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Could you code say Half-Life or Unreal in C# and get a similar peformance to c++. what sort of dependencies does C# have over C++.


Half-Life or Unreal are not "C++ only" games. If you were to use C# where C++ was used in those game, then it's very probable that you would get a game with the same performance, or possibly even faster if you had more time to optimize the bottlenecks.

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Thanks for the advice.

i thought C# was interpreted byte code, not in native code. how can it be as fast C++.

I hear C# has an automatic Garbage Collector, is this usefull or a performance hit. I have never needed it before. does it have any create any issues to be thought of when designing, as in C++.

One area i was interested in was simulation of a battlefield environment and its entities, working across multiple machines. i know C++ and delphi can do this, I was just wondering were C# could be a suitable contender.

The only thing i do not like about the Dot net, is its new managed C++, taking it away from the original C++.

Can OpenMP be used in C# (I've used it before in C++). There is talk of multi-core features being added to C++ compilers, would i be correct in thinking this may appear in C# compilers.

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i thought C# was interpreted byte code, not in native code. how can it be as fast C++.

It is JIT compiled, so what executes is native. You didn't read the link I gave you.

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I hear C# has an automatic Garbage Collector, is this usefull or a performance hit.

Both.

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does it have any create any issues to be thought of when designing, as in C++.

Of course. You cannot write code like you would in C++ in C#. It won't work very well -- it will be inefficient and/or dangerous. Similarly, you can rarely write code in one language like you can in another. They are different languages, they have different characteristics to be aware of.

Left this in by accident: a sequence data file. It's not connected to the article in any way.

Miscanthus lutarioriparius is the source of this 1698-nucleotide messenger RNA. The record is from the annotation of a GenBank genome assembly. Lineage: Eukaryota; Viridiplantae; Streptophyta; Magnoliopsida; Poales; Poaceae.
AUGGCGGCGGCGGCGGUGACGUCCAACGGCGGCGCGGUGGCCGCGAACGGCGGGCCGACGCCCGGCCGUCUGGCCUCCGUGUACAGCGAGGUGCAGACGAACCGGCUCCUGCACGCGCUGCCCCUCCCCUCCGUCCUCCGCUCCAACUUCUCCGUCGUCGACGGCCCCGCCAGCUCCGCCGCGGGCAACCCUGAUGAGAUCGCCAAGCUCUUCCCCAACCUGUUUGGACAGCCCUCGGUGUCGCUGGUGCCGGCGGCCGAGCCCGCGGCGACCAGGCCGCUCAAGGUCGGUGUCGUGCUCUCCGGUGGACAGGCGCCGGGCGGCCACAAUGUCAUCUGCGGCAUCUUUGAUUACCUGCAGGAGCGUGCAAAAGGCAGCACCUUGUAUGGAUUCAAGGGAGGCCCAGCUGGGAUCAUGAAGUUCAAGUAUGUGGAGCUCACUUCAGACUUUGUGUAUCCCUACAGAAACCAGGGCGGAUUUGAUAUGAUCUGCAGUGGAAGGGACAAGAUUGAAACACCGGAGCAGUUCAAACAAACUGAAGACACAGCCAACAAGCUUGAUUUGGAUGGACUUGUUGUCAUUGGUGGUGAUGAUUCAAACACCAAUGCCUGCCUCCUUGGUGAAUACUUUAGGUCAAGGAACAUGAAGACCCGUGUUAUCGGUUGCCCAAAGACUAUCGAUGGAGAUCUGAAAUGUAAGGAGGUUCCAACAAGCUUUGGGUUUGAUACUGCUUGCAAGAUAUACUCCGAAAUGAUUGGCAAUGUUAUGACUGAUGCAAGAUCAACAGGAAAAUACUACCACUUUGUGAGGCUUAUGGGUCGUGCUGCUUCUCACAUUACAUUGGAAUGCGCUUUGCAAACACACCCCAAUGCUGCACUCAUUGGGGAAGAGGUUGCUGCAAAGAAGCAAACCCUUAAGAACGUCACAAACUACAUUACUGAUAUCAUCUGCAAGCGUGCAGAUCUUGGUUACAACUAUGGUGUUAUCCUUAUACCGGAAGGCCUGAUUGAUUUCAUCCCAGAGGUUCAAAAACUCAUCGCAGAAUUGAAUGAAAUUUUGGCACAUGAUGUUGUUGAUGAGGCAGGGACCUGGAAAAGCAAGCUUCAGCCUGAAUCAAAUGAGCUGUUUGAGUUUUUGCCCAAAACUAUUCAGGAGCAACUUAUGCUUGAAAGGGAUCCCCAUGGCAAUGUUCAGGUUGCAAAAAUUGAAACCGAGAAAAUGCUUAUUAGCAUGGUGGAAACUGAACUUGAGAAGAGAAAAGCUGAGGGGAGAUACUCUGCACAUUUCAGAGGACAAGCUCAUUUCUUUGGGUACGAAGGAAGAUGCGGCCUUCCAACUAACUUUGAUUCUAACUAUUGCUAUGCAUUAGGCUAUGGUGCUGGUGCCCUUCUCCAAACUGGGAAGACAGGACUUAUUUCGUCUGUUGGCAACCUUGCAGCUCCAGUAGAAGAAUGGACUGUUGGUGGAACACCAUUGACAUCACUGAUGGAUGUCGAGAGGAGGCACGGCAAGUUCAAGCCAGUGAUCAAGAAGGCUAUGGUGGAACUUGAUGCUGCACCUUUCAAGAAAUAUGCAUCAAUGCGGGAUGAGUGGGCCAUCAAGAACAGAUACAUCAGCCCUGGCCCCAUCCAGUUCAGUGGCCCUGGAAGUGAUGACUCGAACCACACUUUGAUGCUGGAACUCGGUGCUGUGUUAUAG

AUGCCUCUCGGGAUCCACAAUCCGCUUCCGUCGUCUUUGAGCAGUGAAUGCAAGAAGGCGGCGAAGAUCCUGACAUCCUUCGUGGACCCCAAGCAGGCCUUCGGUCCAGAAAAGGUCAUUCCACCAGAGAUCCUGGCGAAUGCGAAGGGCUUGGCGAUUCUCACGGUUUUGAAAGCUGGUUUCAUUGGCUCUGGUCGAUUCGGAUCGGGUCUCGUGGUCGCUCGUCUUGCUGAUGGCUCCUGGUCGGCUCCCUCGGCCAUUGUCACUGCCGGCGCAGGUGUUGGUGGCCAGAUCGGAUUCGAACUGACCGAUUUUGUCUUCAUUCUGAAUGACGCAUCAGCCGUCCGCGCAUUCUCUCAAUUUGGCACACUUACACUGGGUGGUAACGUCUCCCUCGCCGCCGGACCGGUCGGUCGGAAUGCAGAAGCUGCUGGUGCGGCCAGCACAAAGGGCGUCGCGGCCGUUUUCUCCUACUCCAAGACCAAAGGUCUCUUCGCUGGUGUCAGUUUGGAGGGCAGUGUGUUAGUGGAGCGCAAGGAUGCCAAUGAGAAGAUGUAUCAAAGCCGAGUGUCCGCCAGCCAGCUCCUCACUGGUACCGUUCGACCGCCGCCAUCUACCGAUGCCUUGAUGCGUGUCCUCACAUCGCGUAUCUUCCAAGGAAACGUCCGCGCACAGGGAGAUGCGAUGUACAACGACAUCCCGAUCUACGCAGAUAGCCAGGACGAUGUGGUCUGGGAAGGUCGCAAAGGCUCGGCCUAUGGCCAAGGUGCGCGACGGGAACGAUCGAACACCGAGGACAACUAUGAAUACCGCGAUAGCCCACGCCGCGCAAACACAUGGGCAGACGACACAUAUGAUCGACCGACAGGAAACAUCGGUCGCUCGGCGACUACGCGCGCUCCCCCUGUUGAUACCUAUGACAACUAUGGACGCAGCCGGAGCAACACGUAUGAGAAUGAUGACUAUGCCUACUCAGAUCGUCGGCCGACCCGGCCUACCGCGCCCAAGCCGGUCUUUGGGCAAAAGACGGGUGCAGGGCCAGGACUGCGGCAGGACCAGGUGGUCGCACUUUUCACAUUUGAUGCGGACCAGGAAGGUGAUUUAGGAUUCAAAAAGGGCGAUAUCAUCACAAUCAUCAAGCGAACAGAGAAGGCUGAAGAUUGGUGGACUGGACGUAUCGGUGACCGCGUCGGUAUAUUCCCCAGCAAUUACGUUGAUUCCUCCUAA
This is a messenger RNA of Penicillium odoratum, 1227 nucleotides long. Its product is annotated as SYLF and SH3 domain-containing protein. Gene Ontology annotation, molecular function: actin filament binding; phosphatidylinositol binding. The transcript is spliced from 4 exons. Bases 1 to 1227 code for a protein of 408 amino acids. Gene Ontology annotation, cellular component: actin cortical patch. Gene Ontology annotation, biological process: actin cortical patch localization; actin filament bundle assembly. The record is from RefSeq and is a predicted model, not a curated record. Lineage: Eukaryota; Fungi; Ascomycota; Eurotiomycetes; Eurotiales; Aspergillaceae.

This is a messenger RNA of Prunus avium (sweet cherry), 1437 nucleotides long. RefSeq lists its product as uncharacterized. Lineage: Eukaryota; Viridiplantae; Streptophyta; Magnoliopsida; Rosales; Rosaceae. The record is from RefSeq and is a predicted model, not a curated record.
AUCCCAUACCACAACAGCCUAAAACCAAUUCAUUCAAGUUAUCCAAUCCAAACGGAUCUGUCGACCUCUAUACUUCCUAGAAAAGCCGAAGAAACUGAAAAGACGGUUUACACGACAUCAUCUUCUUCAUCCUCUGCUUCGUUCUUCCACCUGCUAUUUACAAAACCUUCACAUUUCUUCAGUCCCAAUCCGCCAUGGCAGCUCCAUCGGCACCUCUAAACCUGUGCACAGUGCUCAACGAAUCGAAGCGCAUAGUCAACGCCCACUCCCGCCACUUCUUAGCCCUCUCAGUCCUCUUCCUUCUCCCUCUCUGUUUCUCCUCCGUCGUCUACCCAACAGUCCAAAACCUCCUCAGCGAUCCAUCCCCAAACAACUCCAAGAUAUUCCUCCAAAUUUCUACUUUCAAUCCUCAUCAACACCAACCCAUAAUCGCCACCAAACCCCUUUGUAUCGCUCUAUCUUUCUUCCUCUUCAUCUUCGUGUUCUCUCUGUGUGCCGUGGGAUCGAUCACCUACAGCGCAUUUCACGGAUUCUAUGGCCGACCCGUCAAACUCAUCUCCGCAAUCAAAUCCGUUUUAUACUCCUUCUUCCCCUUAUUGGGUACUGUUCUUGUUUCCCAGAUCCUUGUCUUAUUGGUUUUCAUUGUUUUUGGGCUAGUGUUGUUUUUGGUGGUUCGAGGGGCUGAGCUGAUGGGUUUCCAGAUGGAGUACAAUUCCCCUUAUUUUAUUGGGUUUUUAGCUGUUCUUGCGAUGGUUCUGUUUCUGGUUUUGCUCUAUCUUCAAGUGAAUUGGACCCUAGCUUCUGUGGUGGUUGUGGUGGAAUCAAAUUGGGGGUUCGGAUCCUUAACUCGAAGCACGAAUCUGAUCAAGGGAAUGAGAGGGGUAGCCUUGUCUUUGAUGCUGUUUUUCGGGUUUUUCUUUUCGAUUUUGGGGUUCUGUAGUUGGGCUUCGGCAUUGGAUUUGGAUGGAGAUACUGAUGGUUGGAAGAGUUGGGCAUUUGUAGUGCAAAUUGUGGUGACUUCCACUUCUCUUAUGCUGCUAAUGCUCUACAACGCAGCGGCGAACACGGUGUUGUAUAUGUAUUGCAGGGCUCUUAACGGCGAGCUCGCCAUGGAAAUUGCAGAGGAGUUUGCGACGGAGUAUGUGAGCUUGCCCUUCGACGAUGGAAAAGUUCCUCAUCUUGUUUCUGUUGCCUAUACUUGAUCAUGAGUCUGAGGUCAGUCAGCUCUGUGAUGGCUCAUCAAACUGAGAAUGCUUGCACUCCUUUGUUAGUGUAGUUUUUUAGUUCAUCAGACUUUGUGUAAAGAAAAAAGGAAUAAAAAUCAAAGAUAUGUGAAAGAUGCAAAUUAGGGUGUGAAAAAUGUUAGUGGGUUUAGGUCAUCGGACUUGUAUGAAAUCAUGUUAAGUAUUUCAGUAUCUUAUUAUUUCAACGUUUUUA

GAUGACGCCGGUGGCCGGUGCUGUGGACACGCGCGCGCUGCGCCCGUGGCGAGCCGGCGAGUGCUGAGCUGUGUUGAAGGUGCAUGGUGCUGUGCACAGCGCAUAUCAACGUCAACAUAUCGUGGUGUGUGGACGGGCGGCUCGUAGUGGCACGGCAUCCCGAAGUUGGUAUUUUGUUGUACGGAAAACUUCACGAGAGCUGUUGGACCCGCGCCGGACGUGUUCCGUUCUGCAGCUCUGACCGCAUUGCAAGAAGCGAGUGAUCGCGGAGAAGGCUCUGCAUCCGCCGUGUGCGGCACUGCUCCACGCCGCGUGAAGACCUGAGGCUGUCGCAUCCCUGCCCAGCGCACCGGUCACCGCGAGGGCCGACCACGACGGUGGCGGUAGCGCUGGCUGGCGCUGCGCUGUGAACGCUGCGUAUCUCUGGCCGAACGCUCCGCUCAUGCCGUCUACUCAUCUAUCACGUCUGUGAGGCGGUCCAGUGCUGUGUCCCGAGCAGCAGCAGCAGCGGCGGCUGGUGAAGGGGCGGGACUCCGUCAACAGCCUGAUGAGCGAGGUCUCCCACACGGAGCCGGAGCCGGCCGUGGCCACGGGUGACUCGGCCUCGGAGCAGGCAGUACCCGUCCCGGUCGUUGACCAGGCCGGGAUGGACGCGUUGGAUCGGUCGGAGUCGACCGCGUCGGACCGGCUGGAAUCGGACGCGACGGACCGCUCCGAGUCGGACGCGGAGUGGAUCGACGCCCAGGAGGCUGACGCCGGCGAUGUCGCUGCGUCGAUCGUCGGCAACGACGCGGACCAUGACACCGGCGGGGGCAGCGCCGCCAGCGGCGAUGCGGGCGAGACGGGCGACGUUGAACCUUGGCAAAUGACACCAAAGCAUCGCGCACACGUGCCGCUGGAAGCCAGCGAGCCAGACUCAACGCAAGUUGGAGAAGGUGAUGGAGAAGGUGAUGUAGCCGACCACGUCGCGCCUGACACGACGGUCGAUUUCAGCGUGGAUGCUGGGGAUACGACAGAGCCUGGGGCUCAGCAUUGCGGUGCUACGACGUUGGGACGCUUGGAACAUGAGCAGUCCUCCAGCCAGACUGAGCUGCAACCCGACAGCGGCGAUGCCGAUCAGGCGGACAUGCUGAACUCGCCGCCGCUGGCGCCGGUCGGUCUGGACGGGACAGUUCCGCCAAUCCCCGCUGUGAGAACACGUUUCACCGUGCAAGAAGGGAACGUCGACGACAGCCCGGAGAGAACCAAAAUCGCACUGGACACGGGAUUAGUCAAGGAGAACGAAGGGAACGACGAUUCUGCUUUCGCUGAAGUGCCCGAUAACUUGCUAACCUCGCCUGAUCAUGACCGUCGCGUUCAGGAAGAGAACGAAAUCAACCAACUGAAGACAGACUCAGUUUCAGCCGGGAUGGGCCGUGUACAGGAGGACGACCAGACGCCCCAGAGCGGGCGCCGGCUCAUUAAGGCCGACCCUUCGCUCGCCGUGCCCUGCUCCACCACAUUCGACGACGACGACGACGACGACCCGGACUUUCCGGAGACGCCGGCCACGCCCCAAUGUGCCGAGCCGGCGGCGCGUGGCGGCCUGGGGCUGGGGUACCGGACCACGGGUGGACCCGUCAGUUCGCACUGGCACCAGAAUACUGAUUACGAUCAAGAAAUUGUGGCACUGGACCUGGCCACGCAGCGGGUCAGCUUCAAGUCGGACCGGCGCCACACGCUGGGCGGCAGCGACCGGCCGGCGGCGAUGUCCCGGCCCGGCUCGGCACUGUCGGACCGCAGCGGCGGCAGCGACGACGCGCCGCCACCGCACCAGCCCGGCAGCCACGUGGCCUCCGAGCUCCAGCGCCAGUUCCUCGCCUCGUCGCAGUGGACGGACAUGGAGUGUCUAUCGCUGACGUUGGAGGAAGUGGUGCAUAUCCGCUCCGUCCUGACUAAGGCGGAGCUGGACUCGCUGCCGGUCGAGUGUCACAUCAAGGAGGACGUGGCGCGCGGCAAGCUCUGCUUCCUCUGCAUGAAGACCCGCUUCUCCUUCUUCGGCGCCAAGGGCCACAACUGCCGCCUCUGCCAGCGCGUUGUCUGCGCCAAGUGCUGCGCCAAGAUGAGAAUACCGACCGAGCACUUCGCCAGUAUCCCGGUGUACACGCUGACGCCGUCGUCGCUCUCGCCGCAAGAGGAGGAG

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One area i was interested in was simulation of a battlefield environment and its entities, working across multiple machines. i know C++ and delphi can do this, I was just wondering were C# could be a suitable contender.

Yes.

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The only thing i do not like about the Dot net, is its new managed C++, taking it away from the original C++.

This implies you have a poor understand of all of the terms in that sentence. .NET is a CLI implementation (among other things) and does not have much to do with "Managed C++" (except being an environment that Managed C++ can run in). Managed C++ was a collection of MS-specific compiler extensions to the VS2003 compiler. They "take away" from C++ no more than any other compiler extension takes away from any other language (which is to say, it doesn't; don't use it if you don't want it). C++/CLI, which is a standardized language, is itself an entirely distinct language and does not "take away" from C++ any more than Pascal "takes away" from C++.

Visual Studio .NET (VS 2003) and later versions do not, dispite common misinformation, force you to use Managed C++, C++/CLI, or anything of the sort.